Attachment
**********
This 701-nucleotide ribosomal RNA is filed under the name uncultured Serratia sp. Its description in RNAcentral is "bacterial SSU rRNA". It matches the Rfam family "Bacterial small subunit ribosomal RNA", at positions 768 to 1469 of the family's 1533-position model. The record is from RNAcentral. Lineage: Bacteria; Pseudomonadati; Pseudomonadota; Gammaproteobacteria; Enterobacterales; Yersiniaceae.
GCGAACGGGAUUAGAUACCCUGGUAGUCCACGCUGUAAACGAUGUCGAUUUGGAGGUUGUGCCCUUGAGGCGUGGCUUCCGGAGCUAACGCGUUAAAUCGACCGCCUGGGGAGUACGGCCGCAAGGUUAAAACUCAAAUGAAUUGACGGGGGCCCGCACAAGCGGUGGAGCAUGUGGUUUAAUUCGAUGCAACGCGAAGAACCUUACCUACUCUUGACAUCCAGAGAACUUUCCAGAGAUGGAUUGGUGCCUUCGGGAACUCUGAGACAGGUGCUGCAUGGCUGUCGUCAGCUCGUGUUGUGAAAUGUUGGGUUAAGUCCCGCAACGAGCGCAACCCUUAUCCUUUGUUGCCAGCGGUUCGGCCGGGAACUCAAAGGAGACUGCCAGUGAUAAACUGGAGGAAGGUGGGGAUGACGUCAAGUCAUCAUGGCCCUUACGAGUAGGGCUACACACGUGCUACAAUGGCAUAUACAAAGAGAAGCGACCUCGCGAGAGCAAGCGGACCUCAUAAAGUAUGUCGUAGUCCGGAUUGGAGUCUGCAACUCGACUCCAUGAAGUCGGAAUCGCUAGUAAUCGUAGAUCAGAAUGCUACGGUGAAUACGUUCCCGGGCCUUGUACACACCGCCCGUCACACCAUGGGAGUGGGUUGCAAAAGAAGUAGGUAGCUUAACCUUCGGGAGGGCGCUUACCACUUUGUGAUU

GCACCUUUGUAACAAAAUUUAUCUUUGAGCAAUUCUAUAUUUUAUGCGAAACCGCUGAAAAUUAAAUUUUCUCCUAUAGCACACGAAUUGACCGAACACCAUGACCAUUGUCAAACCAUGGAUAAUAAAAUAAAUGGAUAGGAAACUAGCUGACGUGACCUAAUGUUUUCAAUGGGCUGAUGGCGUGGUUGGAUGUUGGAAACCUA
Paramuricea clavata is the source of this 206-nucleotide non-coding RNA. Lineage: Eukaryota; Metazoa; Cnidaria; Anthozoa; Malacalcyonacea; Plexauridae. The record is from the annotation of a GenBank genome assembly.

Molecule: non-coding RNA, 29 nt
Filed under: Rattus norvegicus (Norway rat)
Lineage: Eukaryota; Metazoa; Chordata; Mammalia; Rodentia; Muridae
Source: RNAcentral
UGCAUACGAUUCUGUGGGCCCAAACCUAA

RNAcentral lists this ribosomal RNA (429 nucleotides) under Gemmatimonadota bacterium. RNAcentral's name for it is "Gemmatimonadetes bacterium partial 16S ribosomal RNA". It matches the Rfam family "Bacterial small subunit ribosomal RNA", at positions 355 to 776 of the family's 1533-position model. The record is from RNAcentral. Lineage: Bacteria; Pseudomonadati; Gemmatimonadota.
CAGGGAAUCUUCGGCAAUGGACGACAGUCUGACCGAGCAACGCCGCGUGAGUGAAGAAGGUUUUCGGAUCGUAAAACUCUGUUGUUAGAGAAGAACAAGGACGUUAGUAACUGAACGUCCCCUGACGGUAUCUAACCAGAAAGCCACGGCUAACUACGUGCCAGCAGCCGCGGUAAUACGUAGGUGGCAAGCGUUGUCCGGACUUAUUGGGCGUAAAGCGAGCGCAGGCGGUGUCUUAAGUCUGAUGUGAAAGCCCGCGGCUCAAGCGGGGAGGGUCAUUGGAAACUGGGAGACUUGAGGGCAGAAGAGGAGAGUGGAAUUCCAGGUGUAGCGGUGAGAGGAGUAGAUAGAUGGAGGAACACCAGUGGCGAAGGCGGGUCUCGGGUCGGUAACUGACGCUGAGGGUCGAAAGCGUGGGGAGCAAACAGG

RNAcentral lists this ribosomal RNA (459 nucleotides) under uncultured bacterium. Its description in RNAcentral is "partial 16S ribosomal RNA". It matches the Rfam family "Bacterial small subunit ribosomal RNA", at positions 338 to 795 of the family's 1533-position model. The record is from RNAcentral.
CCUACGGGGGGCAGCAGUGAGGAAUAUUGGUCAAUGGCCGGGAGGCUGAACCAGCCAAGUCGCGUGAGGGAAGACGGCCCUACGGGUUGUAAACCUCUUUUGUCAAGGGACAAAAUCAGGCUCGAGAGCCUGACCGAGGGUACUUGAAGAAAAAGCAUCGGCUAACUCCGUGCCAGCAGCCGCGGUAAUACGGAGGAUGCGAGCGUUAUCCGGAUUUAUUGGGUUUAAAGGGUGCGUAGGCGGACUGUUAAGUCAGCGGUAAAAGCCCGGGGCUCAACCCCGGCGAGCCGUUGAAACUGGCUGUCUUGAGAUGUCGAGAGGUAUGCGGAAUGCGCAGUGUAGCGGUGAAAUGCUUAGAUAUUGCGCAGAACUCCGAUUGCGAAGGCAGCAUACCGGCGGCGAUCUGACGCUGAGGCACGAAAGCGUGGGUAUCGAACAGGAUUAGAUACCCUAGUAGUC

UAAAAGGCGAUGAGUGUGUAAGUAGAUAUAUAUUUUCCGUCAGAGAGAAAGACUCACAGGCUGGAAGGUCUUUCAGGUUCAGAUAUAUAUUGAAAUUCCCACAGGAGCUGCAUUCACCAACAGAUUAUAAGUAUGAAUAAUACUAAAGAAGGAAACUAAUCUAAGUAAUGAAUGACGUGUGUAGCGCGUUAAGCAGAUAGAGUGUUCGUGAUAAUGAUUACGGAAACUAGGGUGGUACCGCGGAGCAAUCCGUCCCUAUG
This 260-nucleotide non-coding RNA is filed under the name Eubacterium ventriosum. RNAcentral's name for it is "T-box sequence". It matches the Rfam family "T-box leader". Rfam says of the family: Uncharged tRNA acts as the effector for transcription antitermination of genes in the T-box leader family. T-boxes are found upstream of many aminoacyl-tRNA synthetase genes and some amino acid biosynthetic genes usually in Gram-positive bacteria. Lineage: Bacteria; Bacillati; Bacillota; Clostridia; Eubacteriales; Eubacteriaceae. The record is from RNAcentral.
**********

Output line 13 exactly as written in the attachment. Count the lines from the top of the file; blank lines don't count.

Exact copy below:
CCUACGGGGGGCAGCAGUGAGGAAUAUUGGUCAAUGGCCGGGAGGCUGAACCAGCCAAGUCGCGUGAGGGAAGACGGCCCUACGGGUUGUAAACCUCUUUUGUCAAGGGACAAAAUCAGGCUCGAGAGCCUGACCGAGGGUACUUGAAGAAAAAGCAUCGGCUAACUCCGUGCCAGCAGCCGCGGUAAUACGGAGGAUGCGAGCGUUAUCCGGAUUUAUUGGGUUUAAAGGGUGCGUAGGCGGACUGUUAAGUCAGCGGUAAAAGCCCGGGGCUCAACCCCGGCGAGCCGUUGAAACUGGCUGUCUUGAGAUGUCGAGAGGUAUGCGGAAUGCGCAGUGUAGCGGUGAAAUGCUUAGAUAUUGCGCAGAACUCCGAUUGCGAAGGCAGCAUACCGGCGGCGAUCUGACGCUGAGGCACGAAAGCGUGGGUAUCGAACAGGAUUAGAUACCCUAGUAGUC